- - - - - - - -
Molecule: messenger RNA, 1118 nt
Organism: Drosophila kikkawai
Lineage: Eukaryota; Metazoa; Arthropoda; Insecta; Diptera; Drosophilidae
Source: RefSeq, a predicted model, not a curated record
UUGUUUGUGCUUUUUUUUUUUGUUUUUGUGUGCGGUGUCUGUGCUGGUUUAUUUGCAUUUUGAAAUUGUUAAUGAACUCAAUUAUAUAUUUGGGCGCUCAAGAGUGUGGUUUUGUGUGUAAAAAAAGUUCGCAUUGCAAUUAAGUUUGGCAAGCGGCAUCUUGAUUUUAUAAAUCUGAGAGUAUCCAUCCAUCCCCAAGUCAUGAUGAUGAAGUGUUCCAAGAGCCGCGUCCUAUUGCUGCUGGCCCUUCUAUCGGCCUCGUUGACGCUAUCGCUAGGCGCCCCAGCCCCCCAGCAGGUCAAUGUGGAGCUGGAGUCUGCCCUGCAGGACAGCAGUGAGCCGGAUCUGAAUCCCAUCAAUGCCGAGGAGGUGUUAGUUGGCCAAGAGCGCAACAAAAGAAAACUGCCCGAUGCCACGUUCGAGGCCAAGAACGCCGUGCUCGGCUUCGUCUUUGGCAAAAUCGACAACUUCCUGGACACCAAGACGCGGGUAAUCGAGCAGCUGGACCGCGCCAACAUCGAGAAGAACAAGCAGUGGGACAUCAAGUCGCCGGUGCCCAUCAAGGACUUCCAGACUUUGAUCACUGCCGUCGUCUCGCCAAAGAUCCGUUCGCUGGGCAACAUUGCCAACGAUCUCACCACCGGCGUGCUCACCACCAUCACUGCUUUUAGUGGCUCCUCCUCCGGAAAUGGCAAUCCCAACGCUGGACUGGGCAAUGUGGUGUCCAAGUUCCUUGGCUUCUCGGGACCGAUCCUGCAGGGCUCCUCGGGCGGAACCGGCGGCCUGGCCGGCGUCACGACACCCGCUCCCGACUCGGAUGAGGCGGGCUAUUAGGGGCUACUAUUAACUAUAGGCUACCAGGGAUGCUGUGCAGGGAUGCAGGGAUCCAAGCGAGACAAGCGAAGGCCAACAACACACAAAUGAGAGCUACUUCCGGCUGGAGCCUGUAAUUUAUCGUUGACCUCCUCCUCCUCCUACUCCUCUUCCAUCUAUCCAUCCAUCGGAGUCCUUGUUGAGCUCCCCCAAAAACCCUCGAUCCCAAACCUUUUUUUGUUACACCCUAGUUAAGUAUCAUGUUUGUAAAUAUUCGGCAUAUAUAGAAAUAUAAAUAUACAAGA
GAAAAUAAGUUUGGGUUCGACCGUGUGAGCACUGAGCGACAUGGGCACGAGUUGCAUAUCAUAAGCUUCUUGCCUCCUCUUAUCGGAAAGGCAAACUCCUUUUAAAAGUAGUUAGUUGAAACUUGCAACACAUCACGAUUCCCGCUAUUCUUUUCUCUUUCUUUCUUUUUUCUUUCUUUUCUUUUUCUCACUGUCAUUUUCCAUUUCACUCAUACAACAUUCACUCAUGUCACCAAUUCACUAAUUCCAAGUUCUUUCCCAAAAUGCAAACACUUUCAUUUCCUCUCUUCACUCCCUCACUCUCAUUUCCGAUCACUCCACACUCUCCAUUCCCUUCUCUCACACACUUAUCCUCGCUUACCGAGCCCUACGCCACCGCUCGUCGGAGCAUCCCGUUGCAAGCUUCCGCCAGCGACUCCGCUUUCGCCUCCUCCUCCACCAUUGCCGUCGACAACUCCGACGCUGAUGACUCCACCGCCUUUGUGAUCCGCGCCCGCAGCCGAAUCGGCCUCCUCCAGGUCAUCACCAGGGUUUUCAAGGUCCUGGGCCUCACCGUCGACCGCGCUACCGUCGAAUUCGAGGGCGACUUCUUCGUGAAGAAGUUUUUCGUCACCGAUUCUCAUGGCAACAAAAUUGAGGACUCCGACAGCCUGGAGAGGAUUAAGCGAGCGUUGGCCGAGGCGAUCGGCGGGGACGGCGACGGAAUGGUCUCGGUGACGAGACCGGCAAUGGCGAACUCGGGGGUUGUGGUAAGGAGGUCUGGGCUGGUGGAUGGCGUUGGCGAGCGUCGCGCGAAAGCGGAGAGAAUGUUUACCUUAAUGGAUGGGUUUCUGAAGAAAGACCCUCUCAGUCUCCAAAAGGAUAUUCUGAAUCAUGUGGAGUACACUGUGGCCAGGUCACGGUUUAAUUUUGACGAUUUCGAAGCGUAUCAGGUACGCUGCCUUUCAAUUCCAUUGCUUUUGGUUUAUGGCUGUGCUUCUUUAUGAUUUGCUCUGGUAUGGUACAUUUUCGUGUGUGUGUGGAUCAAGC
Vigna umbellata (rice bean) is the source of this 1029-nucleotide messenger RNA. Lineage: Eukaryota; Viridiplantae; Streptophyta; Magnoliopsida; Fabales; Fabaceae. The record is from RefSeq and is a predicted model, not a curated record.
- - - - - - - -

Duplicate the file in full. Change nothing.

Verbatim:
Molecule: messenger RNA, 1118 nt
Organism: Drosophila kikkawai
Lineage: Eukaryota; Metazoa; Arthropoda; Insecta; Diptera; Drosophilidae
Source: RefSeq, a predicted model, not a curated record
UUGUUUGUGCUUUUUUUUUUUGUUUUUGUGUGCGGUGUCUGUGCUGGUUUAUUUGCAUUUUGAAAUUGUUAAUGAACUCAAUUAUAUAUUUGGGCGCUCAAGAGUGUGGUUUUGUGUGUAAAAAAAGUUCGCAUUGCAAUUAAGUUUGGCAAGCGGCAUCUUGAUUUUAUAAAUCUGAGAGUAUCCAUCCAUCCCCAAGUCAUGAUGAUGAAGUGUUCCAAGAGCCGCGUCCUAUUGCUGCUGGCCCUUCUAUCGGCCUCGUUGACGCUAUCGCUAGGCGCCCCAGCCCCCCAGCAGGUCAAUGUGGAGCUGGAGUCUGCCCUGCAGGACAGCAGUGAGCCGGAUCUGAAUCCCAUCAAUGCCGAGGAGGUGUUAGUUGGCCAAGAGCGCAACAAAAGAAAACUGCCCGAUGCCACGUUCGAGGCCAAGAACGCCGUGCUCGGCUUCGUCUUUGGCAAAAUCGACAACUUCCUGGACACCAAGACGCGGGUAAUCGAGCAGCUGGACCGCGCCAACAUCGAGAAGAACAAGCAGUGGGACAUCAAGUCGCCGGUGCCCAUCAAGGACUUCCAGACUUUGAUCACUGCCGUCGUCUCGCCAAAGAUCCGUUCGCUGGGCAACAUUGCCAACGAUCUCACCACCGGCGUGCUCACCACCAUCACUGCUUUUAGUGGCUCCUCCUCCGGAAAUGGCAAUCCCAACGCUGGACUGGGCAAUGUGGUGUCCAAGUUCCUUGGCUUCUCGGGACCGAUCCUGCAGGGCUCCUCGGGCGGAACCGGCGGCCUGGCCGGCGUCACGACACCCGCUCCCGACUCGGAUGAGGCGGGCUAUUAGGGGCUACUAUUAACUAUAGGCUACCAGGGAUGCUGUGCAGGGAUGCAGGGAUCCAAGCGAGACAAGCGAAGGCCAACAACACACAAAUGAGAGCUACUUCCGGCUGGAGCCUGUAAUUUAUCGUUGACCUCCUCCUCCUCCUACUCCUCUUCCAUCUAUCCAUCCAUCGGAGUCCUUGUUGAGCUCCCCCAAAAACCCUCGAUCCCAAACCUUUUUUUGUUACACCCUAGUUAAGUAUCAUGUUUGUAAAUAUUCGGCAUAUAUAGAAAUAUAAAUAUACAAGA
GAAAAUAAGUUUGGGUUCGACCGUGUGAGCACUGAGCGACAUGGGCACGAGUUGCAUAUCAUAAGCUUCUUGCCUCCUCUUAUCGGAAAGGCAAACUCCUUUUAAAAGUAGUUAGUUGAAACUUGCAACACAUCACGAUUCCCGCUAUUCUUUUCUCUUUCUUUCUUUUUUCUUUCUUUUCUUUUUCUCACUGUCAUUUUCCAUUUCACUCAUACAACAUUCACUCAUGUCACCAAUUCACUAAUUCCAAGUUCUUUCCCAAAAUGCAAACACUUUCAUUUCCUCUCUUCACUCCCUCACUCUCAUUUCCGAUCACUCCACACUCUCCAUUCCCUUCUCUCACACACUUAUCCUCGCUUACCGAGCCCUACGCCACCGCUCGUCGGAGCAUCCCGUUGCAAGCUUCCGCCAGCGACUCCGCUUUCGCCUCCUCCUCCACCAUUGCCGUCGACAACUCCGACGCUGAUGACUCCACCGCCUUUGUGAUCCGCGCCCGCAGCCGAAUCGGCCUCCUCCAGGUCAUCACCAGGGUUUUCAAGGUCCUGGGCCUCACCGUCGACCGCGCUACCGUCGAAUUCGAGGGCGACUUCUUCGUGAAGAAGUUUUUCGUCACCGAUUCUCAUGGCAACAAAAUUGAGGACUCCGACAGCCUGGAGAGGAUUAAGCGAGCGUUGGCCGAGGCGAUCGGCGGGGACGGCGACGGAAUGGUCUCGGUGACGAGACCGGCAAUGGCGAACUCGGGGGUUGUGGUAAGGAGGUCUGGGCUGGUGGAUGGCGUUGGCGAGCGUCGCGCGAAAGCGGAGAGAAUGUUUACCUUAAUGGAUGGGUUUCUGAAGAAAGACCCUCUCAGUCUCCAAAAGGAUAUUCUGAAUCAUGUGGAGUACACUGUGGCCAGGUCACGGUUUAAUUUUGACGAUUUCGAAGCGUAUCAGGUACGCUGCCUUUCAAUUCCAUUGCUUUUGGUUUAUGGCUGUGCUUCUUUAUGAUUUGCUCUGGUAUGGUACAUUUUCGUGUGUGUGUGGAUCAAGC
Vigna umbellata (rice bean) is the source of this 1029-nucleotide messenger RNA. Lineage: Eukaryota; Viridiplantae; Streptophyta; Magnoliopsida; Fabales; Fabaceae. The record is from RefSeq and is a predicted model, not a curated record.